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Yasushi Tomiyama

【#432】U.S.-China “Mutual Respect” Is A Matter of Concern

Yasushi Tomiyama / 2017.04.11 (Tue)


April 10, 2017

     At his first meeting with Chinese President Xi Jinping at his Mar-a-Lago resort in Florida on April 6 and 7, U.S. President Donald Trump voiced his strong discontent with China’s dealing with North Korea and heavy trade surplus with the United States, the biggest bilateral pending issues, demonstrating his tough attitude on China. That’s good news. However, a matter of concern is that both U.S. and Chinese sides explained Trump and Xi agreed to manage differences based on “mutual respect.”
     China has used the term “mutual respect” to ask the United States to respect China’s “core interests” by refraining from intervening in Taiwan, Tibet, South China Sea and other issues on which China would not like to make any concession. The latest agreement might have paved the way for China to place the same demand on the Trump administration.

Attack on Syria worked to give a warning to China
     According to U.S. Secretary of State Rex Tillerson, who was present at the Trump-Xi talks, Trump rejected any dialogue with Pyongyang as long as North Korea continues nuclear and missile development and threatened to “chart our own course” unless China coordinate with the United States, urging the Chinese leader to enhance sanctions on North Korea.
     During a dinner on the first day of the two-day meeting, Trump launched a cruise missile attack on a Syrian air force base for the reason of the Assad regime’s latest alleged chemical weapon use in the Syrian civil war. The action should have frightened the Chinese leader, threatening to launch a military attack on North Korea if Beijing leaves Pyongyang to develop nuclear weapons and missiles.
     On the situation of East and South China Seas where China has taken remarkablly assertive actions, Trump told Xi to adhere to his own promise of non- militarization and to international norms, demonstrating a confrontational approach.
     According to Chinese Foreign Minister Wang Yi, President Xi at the talks with Trump asserted Beijing’s basic stance on Taiwan, Tibet and the South China Sea. Xi also proposed anew to suspend both North Korea’s nuclear and missile development and U.S.-South Korea joint military drills and reiterated opposition to the United States’ planned deployment of the terminal high altitude area defense (THAAD) missile system in South Korea. The indications are that the United States and China have refused to compromise on the key security issues.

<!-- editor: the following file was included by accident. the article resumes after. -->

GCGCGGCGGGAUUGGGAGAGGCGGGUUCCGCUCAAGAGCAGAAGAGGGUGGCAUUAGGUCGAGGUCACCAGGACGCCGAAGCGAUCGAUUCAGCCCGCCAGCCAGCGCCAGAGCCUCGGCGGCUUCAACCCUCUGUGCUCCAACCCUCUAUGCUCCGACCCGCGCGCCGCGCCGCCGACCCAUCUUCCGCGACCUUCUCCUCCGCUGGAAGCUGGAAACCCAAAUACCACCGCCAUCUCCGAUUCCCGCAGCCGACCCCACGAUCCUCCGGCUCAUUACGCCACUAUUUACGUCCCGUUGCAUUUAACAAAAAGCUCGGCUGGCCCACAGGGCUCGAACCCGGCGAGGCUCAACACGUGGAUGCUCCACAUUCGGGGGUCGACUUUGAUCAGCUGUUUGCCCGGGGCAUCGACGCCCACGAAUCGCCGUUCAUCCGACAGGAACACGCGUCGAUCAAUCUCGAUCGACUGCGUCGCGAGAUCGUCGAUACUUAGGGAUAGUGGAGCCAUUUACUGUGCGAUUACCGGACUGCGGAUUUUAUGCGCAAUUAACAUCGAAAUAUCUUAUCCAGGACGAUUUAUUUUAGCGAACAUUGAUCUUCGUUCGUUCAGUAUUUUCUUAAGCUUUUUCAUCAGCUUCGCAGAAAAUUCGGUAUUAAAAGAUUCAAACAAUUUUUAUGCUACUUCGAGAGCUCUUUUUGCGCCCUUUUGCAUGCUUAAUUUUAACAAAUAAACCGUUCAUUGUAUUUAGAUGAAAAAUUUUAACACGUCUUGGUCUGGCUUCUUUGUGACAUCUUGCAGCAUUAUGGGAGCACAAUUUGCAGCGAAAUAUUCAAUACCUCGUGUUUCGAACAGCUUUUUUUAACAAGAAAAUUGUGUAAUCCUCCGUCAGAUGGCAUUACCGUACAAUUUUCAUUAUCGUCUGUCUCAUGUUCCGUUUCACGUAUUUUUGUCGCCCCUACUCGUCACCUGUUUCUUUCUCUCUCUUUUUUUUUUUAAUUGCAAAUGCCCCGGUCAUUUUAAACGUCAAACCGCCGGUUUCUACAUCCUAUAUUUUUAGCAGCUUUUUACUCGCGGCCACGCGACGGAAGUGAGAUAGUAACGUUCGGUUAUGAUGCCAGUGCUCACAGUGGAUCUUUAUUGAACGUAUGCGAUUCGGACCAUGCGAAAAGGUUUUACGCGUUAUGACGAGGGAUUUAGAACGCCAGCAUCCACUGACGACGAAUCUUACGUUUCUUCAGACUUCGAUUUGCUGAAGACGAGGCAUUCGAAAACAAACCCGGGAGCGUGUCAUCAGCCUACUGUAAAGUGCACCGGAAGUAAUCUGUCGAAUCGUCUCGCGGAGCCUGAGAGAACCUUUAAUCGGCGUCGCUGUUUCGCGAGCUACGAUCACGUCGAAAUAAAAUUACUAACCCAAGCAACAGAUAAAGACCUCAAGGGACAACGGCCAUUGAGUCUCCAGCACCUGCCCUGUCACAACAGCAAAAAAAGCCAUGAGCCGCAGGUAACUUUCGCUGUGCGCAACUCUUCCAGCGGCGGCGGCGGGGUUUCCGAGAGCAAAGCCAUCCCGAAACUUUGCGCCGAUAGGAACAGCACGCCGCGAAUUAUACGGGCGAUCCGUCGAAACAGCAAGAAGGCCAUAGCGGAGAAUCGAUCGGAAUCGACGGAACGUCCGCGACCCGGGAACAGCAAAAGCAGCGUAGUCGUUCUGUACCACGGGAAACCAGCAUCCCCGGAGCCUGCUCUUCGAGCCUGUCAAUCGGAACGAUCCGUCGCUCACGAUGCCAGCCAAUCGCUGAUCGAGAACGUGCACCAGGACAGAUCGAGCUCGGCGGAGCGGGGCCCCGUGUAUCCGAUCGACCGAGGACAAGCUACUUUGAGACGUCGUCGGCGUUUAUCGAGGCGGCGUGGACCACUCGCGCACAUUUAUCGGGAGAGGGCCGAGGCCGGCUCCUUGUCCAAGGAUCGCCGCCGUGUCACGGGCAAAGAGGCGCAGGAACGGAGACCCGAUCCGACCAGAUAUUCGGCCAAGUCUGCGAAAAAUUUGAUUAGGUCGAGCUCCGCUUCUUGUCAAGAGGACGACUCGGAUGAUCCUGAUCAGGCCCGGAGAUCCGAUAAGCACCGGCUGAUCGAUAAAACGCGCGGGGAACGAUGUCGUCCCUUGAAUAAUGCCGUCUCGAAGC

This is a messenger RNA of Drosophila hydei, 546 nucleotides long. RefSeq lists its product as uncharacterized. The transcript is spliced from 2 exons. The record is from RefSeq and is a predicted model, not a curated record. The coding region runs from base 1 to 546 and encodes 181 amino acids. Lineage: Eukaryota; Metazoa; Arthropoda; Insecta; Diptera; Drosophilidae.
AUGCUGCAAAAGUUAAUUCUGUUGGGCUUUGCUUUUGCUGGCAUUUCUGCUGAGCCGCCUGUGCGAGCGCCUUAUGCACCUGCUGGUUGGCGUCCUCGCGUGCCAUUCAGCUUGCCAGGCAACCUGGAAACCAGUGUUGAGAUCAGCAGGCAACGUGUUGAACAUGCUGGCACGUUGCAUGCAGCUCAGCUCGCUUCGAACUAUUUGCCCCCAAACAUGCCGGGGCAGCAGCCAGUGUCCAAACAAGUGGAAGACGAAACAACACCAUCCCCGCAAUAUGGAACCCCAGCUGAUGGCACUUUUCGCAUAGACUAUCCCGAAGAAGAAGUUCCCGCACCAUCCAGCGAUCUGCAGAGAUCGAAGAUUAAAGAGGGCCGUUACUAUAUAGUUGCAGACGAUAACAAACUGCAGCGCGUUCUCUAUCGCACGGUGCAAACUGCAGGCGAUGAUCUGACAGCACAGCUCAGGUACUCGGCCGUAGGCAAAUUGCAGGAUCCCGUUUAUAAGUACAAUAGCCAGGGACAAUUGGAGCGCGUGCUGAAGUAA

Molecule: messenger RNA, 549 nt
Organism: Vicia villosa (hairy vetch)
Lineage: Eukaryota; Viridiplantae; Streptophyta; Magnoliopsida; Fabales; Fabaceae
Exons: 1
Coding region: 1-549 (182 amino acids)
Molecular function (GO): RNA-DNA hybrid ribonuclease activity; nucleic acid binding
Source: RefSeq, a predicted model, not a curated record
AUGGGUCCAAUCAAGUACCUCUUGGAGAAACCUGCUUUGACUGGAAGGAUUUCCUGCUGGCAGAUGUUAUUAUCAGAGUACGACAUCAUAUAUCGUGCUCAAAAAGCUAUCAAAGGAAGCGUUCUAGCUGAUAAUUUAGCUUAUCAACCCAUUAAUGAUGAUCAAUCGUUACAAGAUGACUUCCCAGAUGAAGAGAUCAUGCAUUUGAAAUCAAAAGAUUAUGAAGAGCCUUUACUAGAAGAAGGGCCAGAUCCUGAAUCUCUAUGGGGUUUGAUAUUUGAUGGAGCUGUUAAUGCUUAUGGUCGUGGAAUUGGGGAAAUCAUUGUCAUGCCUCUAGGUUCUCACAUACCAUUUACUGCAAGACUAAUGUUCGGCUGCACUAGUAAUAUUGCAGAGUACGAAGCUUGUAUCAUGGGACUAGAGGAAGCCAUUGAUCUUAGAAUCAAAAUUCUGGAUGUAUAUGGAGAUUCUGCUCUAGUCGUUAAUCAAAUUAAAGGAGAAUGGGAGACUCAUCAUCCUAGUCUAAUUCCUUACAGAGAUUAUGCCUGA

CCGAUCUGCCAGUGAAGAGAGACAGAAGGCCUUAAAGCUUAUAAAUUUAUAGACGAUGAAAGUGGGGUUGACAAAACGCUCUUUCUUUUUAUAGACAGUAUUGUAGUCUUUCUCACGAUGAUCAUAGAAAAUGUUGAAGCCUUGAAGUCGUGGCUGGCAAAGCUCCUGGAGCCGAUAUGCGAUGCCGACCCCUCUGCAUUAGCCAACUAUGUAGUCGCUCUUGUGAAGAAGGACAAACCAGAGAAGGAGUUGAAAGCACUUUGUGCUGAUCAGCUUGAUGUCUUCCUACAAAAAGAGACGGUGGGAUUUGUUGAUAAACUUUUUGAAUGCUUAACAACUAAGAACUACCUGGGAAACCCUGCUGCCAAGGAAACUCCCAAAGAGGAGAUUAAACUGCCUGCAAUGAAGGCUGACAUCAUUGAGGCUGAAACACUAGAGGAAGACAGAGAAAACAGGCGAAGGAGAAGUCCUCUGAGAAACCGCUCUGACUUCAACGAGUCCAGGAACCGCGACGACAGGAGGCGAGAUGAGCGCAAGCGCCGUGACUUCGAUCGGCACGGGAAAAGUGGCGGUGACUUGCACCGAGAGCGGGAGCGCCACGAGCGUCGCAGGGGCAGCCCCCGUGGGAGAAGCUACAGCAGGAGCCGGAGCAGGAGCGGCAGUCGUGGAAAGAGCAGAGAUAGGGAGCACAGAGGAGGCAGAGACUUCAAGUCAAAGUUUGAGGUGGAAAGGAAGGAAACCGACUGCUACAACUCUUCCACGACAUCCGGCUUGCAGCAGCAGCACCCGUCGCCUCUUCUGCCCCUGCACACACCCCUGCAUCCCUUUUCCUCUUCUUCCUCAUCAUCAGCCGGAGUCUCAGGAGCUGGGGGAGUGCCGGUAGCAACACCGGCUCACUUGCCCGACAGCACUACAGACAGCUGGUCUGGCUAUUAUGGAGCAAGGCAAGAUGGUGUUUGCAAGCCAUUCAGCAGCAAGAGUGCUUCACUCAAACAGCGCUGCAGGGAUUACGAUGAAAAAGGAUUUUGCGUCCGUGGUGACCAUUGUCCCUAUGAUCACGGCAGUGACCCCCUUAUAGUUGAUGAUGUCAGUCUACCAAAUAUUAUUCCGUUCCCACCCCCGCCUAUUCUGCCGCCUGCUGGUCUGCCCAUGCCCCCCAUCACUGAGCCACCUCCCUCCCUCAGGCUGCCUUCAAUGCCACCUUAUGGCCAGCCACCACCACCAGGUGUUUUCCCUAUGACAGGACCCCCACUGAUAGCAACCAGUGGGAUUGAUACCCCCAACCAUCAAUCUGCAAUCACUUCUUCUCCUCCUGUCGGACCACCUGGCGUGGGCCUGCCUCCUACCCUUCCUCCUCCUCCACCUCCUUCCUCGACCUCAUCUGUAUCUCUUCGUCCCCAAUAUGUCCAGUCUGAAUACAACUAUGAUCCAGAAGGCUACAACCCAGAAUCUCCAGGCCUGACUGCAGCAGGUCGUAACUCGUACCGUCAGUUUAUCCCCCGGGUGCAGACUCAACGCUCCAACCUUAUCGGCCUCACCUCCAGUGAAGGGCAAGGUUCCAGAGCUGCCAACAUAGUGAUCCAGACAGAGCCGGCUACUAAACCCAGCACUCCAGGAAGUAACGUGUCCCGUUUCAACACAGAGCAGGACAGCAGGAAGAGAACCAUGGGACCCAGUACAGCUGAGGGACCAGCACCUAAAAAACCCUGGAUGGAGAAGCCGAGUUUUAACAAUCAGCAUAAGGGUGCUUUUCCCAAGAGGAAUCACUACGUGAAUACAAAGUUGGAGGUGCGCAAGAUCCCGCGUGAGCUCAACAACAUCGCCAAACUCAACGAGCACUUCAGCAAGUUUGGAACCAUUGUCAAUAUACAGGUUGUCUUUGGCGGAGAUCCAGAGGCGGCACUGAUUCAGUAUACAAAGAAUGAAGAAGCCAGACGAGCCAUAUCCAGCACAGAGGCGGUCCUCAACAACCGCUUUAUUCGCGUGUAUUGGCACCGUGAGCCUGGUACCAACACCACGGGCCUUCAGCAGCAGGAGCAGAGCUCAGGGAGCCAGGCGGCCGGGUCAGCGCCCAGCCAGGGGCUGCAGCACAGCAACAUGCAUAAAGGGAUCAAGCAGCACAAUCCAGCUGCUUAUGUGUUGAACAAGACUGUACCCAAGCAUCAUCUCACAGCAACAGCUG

Base for managing differences
     The problem is that both Tillerson and Wang explained that Trump and Xi agreed on “managing differences based on mutual respect.”
     During his visit to China in March, Tillerson mentioned that the U.S.-China relationship had been guided by “mutual trust” and “win-win cooperation,” triggering a controversy in the United States. Tillerson was criticized for carelessly parroting Xi’s words he had used for urging the previous Obama administration to build a “New Model of Great Power Relations” and demanding as its pillar mutual respect for core interests. The problematic term reemerged in the latest agreement between the U.S. and Chinese presidents.
     Xi apparently did not ask Trump to build the “New Model of Great Power Relations” as far as I checked Chinese official news agency Xinhua’s reports translated into Japanese. If China demands mutual respect for core interests, however, Xi’s policy to the United States has not changed basically.

Yasushi Tomiyama is Senior Fellow and Planning Committee Member at the Japan Institute for National Fundamentals.